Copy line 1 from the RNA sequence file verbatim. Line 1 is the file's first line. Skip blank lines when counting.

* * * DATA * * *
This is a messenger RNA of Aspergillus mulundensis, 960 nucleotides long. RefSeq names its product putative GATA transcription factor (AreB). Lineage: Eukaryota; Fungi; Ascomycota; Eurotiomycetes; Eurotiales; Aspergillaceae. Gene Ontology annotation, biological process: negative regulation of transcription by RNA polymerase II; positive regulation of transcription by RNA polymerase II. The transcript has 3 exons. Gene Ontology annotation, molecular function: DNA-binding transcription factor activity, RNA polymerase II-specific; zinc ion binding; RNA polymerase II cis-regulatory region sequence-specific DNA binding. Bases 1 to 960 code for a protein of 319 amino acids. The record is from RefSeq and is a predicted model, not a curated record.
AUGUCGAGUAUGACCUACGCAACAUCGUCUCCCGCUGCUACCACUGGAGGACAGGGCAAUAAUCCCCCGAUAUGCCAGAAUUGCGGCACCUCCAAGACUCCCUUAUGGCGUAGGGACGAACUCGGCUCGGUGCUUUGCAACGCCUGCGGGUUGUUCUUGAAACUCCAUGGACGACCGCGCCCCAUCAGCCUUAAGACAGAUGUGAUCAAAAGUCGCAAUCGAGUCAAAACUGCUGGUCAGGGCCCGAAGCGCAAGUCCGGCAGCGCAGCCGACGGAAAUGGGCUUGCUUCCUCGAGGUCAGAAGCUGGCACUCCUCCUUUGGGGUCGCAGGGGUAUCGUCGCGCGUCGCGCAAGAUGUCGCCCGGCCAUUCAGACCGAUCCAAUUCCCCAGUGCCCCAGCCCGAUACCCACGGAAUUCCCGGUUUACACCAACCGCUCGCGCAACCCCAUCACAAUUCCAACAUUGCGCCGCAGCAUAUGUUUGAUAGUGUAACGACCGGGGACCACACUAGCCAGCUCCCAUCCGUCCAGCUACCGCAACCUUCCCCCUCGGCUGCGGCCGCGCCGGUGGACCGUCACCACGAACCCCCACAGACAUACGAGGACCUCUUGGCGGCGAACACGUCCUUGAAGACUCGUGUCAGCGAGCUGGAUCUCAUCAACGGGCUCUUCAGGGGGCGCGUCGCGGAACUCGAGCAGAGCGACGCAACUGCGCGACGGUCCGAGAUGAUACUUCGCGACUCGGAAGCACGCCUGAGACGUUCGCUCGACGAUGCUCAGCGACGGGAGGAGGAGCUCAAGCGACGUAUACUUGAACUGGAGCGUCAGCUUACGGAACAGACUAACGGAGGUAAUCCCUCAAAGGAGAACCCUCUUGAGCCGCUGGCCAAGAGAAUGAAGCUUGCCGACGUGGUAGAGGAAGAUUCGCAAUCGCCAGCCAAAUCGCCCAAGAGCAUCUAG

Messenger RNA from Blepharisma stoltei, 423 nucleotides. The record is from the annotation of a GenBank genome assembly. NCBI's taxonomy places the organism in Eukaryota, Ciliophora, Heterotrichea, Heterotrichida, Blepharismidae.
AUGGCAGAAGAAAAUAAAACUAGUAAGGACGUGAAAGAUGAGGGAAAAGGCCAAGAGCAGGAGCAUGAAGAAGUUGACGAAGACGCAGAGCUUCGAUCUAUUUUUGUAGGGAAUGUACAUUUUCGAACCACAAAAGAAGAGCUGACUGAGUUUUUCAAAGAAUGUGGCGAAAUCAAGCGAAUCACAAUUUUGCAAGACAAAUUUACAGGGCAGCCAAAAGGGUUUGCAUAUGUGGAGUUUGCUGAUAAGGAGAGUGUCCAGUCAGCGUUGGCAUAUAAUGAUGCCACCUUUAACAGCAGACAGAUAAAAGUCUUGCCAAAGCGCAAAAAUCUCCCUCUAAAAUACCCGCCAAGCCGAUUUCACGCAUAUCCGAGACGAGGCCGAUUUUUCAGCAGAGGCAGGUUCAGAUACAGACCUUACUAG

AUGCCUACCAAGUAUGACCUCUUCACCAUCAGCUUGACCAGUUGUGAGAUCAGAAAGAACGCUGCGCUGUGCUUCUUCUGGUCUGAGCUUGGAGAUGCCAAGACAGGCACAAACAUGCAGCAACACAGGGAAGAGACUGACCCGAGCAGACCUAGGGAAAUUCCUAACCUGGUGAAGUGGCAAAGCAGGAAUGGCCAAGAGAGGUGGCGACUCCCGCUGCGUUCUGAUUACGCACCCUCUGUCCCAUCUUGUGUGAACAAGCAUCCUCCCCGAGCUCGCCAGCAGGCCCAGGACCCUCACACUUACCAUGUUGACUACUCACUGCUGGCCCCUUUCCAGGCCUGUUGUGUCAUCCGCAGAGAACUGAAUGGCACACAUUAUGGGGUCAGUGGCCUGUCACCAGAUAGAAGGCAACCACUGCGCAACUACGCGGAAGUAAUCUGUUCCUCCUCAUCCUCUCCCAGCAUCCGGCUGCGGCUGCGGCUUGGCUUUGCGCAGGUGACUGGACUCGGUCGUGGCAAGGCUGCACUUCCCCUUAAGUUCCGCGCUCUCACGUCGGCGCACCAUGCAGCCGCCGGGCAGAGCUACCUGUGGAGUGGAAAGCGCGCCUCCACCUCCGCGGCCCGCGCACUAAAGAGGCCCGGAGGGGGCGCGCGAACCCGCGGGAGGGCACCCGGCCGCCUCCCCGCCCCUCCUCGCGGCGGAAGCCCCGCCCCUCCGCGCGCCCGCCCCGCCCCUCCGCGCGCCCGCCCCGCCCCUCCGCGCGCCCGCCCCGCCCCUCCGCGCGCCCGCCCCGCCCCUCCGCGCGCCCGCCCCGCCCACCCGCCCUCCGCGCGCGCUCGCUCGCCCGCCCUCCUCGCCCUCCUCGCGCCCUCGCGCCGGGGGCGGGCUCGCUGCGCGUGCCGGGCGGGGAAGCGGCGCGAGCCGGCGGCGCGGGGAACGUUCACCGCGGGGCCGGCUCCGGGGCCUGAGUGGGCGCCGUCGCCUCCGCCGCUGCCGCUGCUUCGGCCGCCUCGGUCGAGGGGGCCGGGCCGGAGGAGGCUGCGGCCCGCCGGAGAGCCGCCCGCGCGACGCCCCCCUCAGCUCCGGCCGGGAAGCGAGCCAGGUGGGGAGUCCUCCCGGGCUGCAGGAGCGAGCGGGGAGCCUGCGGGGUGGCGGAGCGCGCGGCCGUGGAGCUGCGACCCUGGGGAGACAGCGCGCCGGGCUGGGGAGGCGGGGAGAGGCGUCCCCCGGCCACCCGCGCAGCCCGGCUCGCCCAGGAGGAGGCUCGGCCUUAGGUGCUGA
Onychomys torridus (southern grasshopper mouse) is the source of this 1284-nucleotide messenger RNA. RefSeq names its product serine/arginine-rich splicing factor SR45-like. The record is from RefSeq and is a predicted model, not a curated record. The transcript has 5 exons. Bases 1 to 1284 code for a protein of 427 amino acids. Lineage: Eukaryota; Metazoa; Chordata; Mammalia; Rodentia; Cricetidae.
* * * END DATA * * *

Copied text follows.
This is a messenger RNA of Aspergillus mulundensis, 960 nucleotides long. RefSeq names its product putative GATA transcription factor (AreB). Lineage: Eukaryota; Fungi; Ascomycota; Eurotiomycetes; Eurotiales; Aspergillaceae. Gene Ontology annotation, biological process: negative regulation of transcription by RNA polymerase II; positive regulation of transcription by RNA polymerase II. The transcript has 3 exons. Gene Ontology annotation, molecular function: DNA-binding transcription factor activity, RNA polymerase II-specific; zinc ion binding; RNA polymerase II cis-regulatory region sequence-specific DNA binding. Bases 1 to 960 code for a protein of 319 amino acids. The record is from RefSeq and is a predicted model, not a curated record.